New data reveals taxpayer migration creates high costs in Nebraska
Experts worry that other states have figured out how to fix it and Nebraska has not
OMAHA, Neb. (WOWT) - New data released today highlights a disturbing trend in Nebraska.
High taxes are costing the state in terms of population and tax dollars. Experts worry that other states have figured out how to fix it and Nebraska has not.
The term sounds a bit confusing: taxpayer migration.
Here’s what it means, data from the IRS follows the movements of everyone who files a tax return. The tax year between 2019 and 2020 saw 800,000 Americans leaving one state for another, that’s the migration.
The problem is they aren’t coming to Nebraska.
In fact, Nebraska lost a net of 4,200 people and $500,000 in tax returns with them. While a state like Idaho gained 36,000 people and added $2 billion in tax returns.
“We’re seeing them flock to states with lower income taxes, but other taxes impact it too. We have the eight highest property taxes, high car taxes, we’re one of only five states with an inheritance tax and the list goes on and on,” said Jim Vokal with The Platte Institute.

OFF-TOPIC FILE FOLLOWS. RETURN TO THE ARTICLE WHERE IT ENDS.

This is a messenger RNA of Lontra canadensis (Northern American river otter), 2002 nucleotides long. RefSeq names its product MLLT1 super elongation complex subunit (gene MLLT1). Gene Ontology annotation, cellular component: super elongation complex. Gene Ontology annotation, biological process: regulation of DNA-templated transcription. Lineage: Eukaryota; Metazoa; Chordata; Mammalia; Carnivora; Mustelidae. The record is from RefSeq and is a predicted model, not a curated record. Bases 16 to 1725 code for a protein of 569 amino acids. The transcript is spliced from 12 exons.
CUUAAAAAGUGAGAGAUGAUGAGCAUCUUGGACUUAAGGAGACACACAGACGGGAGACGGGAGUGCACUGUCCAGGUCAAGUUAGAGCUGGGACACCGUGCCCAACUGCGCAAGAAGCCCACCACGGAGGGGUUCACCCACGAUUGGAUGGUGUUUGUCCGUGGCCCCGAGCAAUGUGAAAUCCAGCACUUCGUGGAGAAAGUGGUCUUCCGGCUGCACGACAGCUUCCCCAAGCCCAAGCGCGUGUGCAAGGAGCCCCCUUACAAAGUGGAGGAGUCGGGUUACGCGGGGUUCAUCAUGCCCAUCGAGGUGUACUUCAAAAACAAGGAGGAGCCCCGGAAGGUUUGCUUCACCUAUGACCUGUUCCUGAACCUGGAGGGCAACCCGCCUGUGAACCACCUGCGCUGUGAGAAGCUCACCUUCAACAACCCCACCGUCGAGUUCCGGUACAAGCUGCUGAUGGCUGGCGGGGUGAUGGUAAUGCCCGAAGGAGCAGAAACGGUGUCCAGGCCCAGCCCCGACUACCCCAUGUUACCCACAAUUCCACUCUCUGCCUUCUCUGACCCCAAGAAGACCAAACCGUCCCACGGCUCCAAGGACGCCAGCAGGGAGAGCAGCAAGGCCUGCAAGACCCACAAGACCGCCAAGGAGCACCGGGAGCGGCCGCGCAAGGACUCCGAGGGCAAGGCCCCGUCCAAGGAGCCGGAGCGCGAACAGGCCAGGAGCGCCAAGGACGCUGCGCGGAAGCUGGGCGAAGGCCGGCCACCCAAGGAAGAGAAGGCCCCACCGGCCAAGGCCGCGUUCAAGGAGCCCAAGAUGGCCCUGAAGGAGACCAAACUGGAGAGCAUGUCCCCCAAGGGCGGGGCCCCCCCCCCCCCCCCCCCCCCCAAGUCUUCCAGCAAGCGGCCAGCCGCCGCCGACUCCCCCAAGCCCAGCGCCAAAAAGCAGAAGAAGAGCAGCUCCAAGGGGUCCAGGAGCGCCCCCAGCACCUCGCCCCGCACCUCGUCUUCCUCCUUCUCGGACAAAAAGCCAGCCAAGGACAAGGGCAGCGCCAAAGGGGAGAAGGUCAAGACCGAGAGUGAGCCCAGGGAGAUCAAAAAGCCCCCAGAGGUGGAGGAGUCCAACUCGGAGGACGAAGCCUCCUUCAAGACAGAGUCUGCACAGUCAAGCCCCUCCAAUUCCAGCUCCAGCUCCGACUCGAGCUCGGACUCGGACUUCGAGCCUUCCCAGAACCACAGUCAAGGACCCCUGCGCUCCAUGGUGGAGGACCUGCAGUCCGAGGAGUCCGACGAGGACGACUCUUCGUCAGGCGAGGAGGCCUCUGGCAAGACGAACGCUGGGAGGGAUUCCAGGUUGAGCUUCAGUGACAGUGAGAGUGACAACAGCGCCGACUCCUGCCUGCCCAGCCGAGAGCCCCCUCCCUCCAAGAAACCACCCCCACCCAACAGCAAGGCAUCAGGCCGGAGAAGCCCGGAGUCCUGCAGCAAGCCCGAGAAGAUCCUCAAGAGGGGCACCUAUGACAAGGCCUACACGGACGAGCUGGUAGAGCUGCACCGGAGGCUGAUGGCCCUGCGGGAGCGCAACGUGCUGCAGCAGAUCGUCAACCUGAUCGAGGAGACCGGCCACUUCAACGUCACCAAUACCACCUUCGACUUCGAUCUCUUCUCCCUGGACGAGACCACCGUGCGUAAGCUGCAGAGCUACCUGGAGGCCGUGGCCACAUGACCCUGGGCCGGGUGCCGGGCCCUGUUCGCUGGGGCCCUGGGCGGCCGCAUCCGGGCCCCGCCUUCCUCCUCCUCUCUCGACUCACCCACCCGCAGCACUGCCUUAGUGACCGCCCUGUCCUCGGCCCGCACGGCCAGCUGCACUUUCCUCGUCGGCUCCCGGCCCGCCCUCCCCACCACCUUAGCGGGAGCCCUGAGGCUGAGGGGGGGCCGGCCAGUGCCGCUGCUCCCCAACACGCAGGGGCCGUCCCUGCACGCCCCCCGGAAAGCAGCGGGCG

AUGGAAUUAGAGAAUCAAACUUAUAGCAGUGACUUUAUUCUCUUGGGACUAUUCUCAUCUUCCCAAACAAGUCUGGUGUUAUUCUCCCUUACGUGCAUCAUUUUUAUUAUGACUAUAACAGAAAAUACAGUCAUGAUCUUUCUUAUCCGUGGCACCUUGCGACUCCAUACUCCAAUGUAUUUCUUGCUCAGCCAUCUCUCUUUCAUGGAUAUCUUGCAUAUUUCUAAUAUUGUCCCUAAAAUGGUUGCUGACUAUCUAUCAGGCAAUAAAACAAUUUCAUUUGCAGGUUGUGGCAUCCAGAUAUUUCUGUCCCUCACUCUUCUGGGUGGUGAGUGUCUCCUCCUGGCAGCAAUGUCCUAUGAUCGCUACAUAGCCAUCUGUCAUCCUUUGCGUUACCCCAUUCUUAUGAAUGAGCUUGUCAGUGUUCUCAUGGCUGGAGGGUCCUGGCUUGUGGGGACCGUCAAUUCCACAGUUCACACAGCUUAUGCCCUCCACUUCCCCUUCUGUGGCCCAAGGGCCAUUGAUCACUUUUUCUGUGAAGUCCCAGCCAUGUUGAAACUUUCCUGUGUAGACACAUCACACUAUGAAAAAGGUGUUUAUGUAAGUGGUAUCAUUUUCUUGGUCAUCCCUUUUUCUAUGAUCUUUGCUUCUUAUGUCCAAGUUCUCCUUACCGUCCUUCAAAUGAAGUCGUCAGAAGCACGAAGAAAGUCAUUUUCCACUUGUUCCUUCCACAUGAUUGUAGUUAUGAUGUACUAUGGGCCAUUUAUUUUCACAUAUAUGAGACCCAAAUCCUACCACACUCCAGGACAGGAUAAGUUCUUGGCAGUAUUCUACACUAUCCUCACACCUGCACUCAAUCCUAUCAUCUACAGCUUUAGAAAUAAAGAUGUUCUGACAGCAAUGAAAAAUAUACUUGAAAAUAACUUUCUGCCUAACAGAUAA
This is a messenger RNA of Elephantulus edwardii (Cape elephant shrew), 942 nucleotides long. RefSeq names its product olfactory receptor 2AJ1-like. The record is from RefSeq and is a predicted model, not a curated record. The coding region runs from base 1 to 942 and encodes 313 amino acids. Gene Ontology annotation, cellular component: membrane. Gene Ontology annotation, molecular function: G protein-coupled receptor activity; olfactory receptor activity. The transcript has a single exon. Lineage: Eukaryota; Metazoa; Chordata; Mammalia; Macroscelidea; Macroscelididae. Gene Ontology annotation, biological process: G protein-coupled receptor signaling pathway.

”This will be historic,” said Bryan Sloan during a news conference in April at the State Capitol. That’s when Nebraska lawmakers along with the Omaha chamber, business leaders, and state lawmakers hailed the passing of the biggest tax relief package in state history.
“These tax cuts today will make us so much more competitive,” said David Brown said that day in the rotunda.
It phases in reductions in the individual and business tax rates over the next five years and phases out taxes on social security income by 2025 among other things. At the time, the Nebraska taxpayer watchdog group, Platte Institute, appreciated cutting rather than spending.
But it warned that it won’t be enough and pointed out the new data from the IRS as another huge wake-up call that Nebraska keeps falling behind and needs to modernize its tax policy.
“Nebraska is not well-positioned to welcome the hundreds of thousands of people from other states but we can control in Lincoln how we tax people in Nebraska,” said Vokal.
The Platte Institute pitched these ideas earlier this year to state lawmakers to make Nebraska more competitive with surrounding states but it didn’t make it out of committee: part of it includes no income tax for the first $50,000 for a single tax filer and no income tax for first $100,000 of a married couple it would also eliminate inheritance tax and lower-income tax across the board.
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